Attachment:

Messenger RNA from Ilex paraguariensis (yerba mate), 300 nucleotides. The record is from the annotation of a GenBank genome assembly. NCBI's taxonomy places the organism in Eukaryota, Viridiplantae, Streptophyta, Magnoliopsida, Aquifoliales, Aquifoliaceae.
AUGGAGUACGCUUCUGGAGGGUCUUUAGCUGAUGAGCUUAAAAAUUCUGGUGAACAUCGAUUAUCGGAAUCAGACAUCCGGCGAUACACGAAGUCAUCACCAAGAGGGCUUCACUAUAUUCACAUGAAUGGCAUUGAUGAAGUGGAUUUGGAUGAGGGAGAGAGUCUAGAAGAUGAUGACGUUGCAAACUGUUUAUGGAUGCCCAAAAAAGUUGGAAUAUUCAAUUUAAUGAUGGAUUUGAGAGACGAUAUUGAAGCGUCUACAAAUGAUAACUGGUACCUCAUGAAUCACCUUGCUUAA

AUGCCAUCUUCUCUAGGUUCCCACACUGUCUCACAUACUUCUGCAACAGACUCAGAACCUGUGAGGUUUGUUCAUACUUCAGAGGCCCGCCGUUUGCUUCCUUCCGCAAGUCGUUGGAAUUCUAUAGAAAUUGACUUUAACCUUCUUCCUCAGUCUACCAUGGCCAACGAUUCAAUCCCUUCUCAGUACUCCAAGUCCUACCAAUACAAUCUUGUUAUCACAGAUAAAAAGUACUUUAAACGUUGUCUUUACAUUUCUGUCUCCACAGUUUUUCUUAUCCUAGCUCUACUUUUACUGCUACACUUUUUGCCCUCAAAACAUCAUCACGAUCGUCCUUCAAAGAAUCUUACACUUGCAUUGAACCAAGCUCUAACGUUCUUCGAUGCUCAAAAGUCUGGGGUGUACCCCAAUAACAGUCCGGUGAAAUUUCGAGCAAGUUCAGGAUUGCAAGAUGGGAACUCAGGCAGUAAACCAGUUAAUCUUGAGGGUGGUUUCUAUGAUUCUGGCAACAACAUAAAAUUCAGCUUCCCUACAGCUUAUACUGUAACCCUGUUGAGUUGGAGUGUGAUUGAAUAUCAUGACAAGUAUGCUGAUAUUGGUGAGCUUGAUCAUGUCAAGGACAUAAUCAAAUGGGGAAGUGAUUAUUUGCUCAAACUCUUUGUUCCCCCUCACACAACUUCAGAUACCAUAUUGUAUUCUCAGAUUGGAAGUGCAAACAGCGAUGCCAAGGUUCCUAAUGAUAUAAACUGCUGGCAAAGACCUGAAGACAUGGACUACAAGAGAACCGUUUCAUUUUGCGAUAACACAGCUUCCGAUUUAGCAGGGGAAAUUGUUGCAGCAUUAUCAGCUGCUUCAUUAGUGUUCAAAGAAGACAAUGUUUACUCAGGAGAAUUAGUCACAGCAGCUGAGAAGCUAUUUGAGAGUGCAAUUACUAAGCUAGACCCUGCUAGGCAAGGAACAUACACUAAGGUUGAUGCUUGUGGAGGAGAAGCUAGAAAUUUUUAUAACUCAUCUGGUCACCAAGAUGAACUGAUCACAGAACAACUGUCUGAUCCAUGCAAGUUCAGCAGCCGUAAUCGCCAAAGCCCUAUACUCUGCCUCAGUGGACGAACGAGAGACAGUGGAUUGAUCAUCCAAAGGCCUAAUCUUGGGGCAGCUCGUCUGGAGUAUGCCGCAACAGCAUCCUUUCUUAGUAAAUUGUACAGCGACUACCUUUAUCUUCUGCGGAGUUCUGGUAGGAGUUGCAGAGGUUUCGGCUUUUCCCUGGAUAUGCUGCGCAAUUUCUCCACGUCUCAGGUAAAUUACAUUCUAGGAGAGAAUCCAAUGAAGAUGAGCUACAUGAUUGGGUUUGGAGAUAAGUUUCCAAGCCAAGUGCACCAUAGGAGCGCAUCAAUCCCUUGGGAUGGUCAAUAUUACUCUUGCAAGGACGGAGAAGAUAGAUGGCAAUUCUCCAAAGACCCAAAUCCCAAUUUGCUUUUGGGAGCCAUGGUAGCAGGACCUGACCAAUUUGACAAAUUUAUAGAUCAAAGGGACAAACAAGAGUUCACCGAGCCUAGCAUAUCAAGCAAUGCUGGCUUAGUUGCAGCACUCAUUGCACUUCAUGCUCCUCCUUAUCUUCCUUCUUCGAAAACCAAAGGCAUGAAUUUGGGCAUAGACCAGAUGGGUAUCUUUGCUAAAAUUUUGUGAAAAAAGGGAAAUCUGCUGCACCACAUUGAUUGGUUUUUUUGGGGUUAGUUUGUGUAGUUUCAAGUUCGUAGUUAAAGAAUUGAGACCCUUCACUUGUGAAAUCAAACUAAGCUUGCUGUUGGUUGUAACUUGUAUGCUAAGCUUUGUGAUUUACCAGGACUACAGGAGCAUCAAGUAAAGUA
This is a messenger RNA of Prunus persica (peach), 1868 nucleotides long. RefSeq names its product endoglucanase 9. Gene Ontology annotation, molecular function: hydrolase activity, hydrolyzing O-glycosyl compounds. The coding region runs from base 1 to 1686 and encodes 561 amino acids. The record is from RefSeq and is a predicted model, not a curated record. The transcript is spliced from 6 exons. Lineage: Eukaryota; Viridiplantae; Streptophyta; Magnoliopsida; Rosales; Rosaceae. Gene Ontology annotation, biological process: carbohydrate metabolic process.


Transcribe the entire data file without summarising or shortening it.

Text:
Messenger RNA from Ilex paraguariensis (yerba mate), 300 nucleotides. The record is from the annotation of a GenBank genome assembly. NCBI's taxonomy places the organism in Eukaryota, Viridiplantae, Streptophyta, Magnoliopsida, Aquifoliales, Aquifoliaceae.
AUGGAGUACGCUUCUGGAGGGUCUUUAGCUGAUGAGCUUAAAAAUUCUGGUGAACAUCGAUUAUCGGAAUCAGACAUCCGGCGAUACACGAAGUCAUCACCAAGAGGGCUUCACUAUAUUCACAUGAAUGGCAUUGAUGAAGUGGAUUUGGAUGAGGGAGAGAGUCUAGAAGAUGAUGACGUUGCAAACUGUUUAUGGAUGCCCAAAAAAGUUGGAAUAUUCAAUUUAAUGAUGGAUUUGAGAGACGAUAUUGAAGCGUCUACAAAUGAUAACUGGUACCUCAUGAAUCACCUUGCUUAA

AUGCCAUCUUCUCUAGGUUCCCACACUGUCUCACAUACUUCUGCAACAGACUCAGAACCUGUGAGGUUUGUUCAUACUUCAGAGGCCCGCCGUUUGCUUCCUUCCGCAAGUCGUUGGAAUUCUAUAGAAAUUGACUUUAACCUUCUUCCUCAGUCUACCAUGGCCAACGAUUCAAUCCCUUCUCAGUACUCCAAGUCCUACCAAUACAAUCUUGUUAUCACAGAUAAAAAGUACUUUAAACGUUGUCUUUACAUUUCUGUCUCCACAGUUUUUCUUAUCCUAGCUCUACUUUUACUGCUACACUUUUUGCCCUCAAAACAUCAUCACGAUCGUCCUUCAAAGAAUCUUACACUUGCAUUGAACCAAGCUCUAACGUUCUUCGAUGCUCAAAAGUCUGGGGUGUACCCCAAUAACAGUCCGGUGAAAUUUCGAGCAAGUUCAGGAUUGCAAGAUGGGAACUCAGGCAGUAAACCAGUUAAUCUUGAGGGUGGUUUCUAUGAUUCUGGCAACAACAUAAAAUUCAGCUUCCCUACAGCUUAUACUGUAACCCUGUUGAGUUGGAGUGUGAUUGAAUAUCAUGACAAGUAUGCUGAUAUUGGUGAGCUUGAUCAUGUCAAGGACAUAAUCAAAUGGGGAAGUGAUUAUUUGCUCAAACUCUUUGUUCCCCCUCACACAACUUCAGAUACCAUAUUGUAUUCUCAGAUUGGAAGUGCAAACAGCGAUGCCAAGGUUCCUAAUGAUAUAAACUGCUGGCAAAGACCUGAAGACAUGGACUACAAGAGAACCGUUUCAUUUUGCGAUAACACAGCUUCCGAUUUAGCAGGGGAAAUUGUUGCAGCAUUAUCAGCUGCUUCAUUAGUGUUCAAAGAAGACAAUGUUUACUCAGGAGAAUUAGUCACAGCAGCUGAGAAGCUAUUUGAGAGUGCAAUUACUAAGCUAGACCCUGCUAGGCAAGGAACAUACACUAAGGUUGAUGCUUGUGGAGGAGAAGCUAGAAAUUUUUAUAACUCAUCUGGUCACCAAGAUGAACUGAUCACAGAACAACUGUCUGAUCCAUGCAAGUUCAGCAGCCGUAAUCGCCAAAGCCCUAUACUCUGCCUCAGUGGACGAACGAGAGACAGUGGAUUGAUCAUCCAAAGGCCUAAUCUUGGGGCAGCUCGUCUGGAGUAUGCCGCAACAGCAUCCUUUCUUAGUAAAUUGUACAGCGACUACCUUUAUCUUCUGCGGAGUUCUGGUAGGAGUUGCAGAGGUUUCGGCUUUUCCCUGGAUAUGCUGCGCAAUUUCUCCACGUCUCAGGUAAAUUACAUUCUAGGAGAGAAUCCAAUGAAGAUGAGCUACAUGAUUGGGUUUGGAGAUAAGUUUCCAAGCCAAGUGCACCAUAGGAGCGCAUCAAUCCCUUGGGAUGGUCAAUAUUACUCUUGCAAGGACGGAGAAGAUAGAUGGCAAUUCUCCAAAGACCCAAAUCCCAAUUUGCUUUUGGGAGCCAUGGUAGCAGGACCUGACCAAUUUGACAAAUUUAUAGAUCAAAGGGACAAACAAGAGUUCACCGAGCCUAGCAUAUCAAGCAAUGCUGGCUUAGUUGCAGCACUCAUUGCACUUCAUGCUCCUCCUUAUCUUCCUUCUUCGAAAACCAAAGGCAUGAAUUUGGGCAUAGACCAGAUGGGUAUCUUUGCUAAAAUUUUGUGAAAAAAGGGAAAUCUGCUGCACCACAUUGAUUGGUUUUUUUGGGGUUAGUUUGUGUAGUUUCAAGUUCGUAGUUAAAGAAUUGAGACCCUUCACUUGUGAAAUCAAACUAAGCUUGCUGUUGGUUGUAACUUGUAUGCUAAGCUUUGUGAUUUACCAGGACUACAGGAGCAUCAAGUAAAGUA
This is a messenger RNA of Prunus persica (peach), 1868 nucleotides long. RefSeq names its product endoglucanase 9. Gene Ontology annotation, molecular function: hydrolase activity, hydrolyzing O-glycosyl compounds. The coding region runs from base 1 to 1686 and encodes 561 amino acids. The record is from RefSeq and is a predicted model, not a curated record. The transcript is spliced from 6 exons. Lineage: Eukaryota; Viridiplantae; Streptophyta; Magnoliopsida; Rosales; Rosaceae. Gene Ontology annotation, biological process: carbohydrate metabolic process.